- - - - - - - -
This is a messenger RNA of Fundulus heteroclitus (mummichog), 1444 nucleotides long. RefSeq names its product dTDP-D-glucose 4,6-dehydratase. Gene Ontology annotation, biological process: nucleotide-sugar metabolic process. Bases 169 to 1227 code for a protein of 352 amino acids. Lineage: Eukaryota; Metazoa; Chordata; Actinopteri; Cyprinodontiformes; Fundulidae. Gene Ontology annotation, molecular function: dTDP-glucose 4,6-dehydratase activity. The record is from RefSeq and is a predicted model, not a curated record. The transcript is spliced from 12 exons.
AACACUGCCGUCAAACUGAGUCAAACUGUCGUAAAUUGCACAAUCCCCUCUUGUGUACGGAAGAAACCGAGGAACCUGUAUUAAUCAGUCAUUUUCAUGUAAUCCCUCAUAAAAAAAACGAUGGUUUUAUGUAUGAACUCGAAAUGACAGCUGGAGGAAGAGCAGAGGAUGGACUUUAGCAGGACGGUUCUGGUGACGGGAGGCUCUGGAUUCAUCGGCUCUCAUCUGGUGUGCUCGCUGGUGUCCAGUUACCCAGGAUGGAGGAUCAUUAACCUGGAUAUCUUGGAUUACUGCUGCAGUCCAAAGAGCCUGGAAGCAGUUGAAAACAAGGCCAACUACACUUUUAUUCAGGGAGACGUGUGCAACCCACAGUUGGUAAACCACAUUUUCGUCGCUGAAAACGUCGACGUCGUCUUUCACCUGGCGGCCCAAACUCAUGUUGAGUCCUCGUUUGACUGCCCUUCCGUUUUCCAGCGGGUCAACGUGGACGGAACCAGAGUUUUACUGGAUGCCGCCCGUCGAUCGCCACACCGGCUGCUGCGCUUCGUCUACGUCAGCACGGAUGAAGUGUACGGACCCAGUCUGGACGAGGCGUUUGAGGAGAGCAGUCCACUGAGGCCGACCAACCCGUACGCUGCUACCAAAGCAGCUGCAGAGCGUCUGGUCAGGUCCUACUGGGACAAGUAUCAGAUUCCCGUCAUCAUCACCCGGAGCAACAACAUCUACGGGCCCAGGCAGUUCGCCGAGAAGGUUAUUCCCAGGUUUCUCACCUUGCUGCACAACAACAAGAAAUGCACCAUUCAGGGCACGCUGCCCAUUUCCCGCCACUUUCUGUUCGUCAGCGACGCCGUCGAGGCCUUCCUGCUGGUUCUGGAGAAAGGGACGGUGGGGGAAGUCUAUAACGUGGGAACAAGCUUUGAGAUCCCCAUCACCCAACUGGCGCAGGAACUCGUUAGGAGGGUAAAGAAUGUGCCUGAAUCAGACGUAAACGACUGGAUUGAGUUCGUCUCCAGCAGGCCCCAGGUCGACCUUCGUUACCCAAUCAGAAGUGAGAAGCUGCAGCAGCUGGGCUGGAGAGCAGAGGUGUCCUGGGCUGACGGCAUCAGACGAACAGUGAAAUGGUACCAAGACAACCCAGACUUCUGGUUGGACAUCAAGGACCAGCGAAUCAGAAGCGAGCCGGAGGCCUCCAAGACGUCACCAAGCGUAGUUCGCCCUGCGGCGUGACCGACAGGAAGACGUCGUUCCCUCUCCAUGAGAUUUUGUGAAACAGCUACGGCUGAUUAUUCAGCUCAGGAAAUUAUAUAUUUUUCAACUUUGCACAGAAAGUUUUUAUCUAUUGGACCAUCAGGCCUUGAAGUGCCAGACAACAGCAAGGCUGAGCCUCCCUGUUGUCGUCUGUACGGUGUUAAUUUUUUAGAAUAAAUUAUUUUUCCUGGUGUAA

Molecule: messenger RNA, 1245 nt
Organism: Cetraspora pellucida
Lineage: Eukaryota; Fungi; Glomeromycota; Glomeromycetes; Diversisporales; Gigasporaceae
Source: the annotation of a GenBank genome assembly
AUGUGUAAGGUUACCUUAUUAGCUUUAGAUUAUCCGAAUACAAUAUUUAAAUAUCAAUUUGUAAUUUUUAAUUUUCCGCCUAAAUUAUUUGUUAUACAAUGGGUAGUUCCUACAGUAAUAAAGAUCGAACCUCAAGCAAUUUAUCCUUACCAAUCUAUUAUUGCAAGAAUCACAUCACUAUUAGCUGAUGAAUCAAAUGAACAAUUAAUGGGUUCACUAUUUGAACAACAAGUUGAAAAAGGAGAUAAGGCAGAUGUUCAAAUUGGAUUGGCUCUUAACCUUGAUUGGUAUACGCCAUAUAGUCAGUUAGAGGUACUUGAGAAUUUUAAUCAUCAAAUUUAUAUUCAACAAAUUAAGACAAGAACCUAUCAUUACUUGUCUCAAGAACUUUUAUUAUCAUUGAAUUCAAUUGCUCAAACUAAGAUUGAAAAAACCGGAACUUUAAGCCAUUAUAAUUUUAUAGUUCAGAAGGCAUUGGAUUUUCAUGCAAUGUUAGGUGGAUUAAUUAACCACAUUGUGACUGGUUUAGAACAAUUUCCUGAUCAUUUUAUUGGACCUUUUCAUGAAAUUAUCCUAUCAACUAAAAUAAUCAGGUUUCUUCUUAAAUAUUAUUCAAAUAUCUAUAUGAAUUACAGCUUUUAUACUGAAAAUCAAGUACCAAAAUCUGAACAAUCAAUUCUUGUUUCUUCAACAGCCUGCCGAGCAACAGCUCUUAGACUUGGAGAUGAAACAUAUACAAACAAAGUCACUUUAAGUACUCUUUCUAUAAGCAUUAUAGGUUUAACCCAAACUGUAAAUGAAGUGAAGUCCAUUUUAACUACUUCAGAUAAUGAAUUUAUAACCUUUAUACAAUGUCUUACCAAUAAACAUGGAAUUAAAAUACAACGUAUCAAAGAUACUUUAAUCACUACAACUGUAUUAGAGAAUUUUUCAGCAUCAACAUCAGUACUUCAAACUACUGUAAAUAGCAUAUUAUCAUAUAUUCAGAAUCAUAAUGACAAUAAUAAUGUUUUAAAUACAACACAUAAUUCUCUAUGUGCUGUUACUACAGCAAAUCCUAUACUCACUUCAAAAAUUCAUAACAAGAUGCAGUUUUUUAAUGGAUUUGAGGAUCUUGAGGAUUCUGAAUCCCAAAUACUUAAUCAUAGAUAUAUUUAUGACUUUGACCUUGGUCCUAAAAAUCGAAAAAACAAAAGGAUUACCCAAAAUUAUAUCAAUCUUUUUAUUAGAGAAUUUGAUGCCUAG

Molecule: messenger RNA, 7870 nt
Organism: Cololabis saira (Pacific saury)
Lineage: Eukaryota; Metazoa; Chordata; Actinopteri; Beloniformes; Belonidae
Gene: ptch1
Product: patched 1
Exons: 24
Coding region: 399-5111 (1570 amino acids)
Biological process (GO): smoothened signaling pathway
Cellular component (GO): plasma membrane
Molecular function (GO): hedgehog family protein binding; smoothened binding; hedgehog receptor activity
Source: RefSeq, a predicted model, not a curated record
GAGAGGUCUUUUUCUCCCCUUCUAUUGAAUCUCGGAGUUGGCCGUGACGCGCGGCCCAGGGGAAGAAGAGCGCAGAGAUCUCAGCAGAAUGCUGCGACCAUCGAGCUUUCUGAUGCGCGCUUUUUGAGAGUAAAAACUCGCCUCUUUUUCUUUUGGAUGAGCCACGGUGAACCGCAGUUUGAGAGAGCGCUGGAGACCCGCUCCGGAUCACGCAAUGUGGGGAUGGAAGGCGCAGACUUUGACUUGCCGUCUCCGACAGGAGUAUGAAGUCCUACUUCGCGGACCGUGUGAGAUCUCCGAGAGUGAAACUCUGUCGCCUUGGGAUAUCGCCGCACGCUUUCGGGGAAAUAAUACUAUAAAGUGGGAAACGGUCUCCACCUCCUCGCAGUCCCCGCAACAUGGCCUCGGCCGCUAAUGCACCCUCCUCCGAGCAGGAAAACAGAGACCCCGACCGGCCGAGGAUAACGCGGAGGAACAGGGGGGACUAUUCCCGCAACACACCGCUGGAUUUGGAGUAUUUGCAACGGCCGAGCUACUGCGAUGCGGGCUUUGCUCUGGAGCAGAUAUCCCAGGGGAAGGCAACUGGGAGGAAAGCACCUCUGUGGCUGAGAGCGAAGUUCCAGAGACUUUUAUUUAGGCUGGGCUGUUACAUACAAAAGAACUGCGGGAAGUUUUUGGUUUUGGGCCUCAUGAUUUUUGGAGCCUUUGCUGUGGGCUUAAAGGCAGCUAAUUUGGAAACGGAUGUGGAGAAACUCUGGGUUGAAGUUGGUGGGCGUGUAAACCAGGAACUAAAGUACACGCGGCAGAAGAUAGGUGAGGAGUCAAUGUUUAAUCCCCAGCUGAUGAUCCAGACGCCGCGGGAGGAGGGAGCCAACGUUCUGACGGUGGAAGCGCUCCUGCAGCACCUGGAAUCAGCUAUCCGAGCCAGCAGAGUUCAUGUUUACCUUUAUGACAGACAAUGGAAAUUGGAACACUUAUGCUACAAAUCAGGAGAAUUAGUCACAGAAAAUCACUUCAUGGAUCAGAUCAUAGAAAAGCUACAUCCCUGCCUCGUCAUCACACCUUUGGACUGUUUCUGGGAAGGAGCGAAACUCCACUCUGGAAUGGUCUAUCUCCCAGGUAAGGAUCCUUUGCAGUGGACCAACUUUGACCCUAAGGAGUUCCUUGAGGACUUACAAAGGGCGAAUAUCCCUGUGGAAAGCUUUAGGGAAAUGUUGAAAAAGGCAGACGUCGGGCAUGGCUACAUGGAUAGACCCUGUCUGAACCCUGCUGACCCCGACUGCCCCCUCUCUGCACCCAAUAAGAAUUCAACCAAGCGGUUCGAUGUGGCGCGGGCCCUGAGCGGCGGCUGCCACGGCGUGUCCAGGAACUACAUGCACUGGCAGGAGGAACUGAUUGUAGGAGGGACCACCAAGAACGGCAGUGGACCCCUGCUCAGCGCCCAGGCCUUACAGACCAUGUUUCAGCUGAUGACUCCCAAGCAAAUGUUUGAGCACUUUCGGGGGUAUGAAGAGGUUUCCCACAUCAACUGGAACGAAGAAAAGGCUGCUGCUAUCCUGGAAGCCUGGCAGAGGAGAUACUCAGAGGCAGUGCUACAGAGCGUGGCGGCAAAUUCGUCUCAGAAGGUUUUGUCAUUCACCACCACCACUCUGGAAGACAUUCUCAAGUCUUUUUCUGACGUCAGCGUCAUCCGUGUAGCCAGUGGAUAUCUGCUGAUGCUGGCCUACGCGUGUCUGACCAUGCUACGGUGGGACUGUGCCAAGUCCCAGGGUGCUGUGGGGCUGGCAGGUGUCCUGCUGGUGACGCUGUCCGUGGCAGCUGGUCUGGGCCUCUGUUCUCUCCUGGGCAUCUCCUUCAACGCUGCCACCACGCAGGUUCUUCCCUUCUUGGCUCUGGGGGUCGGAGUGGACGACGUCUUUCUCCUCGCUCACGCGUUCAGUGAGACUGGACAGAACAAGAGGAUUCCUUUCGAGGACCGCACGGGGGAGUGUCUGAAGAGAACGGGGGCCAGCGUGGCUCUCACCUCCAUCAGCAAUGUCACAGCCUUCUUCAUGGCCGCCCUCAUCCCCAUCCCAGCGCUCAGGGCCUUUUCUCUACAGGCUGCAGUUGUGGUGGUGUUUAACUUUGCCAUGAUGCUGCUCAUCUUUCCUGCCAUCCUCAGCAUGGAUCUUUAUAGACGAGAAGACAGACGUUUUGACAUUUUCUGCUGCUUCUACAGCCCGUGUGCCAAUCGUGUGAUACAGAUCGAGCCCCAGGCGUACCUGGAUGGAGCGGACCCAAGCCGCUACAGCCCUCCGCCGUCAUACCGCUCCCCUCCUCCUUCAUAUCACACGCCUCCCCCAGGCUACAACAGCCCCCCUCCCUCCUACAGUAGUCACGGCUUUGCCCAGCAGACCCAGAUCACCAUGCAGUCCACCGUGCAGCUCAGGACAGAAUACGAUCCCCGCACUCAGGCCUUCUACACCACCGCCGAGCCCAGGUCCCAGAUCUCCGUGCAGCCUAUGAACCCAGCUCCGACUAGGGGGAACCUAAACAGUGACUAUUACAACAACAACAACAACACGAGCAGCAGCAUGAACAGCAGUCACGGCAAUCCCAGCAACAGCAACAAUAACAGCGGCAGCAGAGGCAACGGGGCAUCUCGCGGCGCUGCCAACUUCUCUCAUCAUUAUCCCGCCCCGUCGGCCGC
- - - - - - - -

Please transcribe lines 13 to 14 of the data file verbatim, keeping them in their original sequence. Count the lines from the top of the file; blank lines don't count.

Exons: 24
Coding region: 399-5111 (1570 amino acids)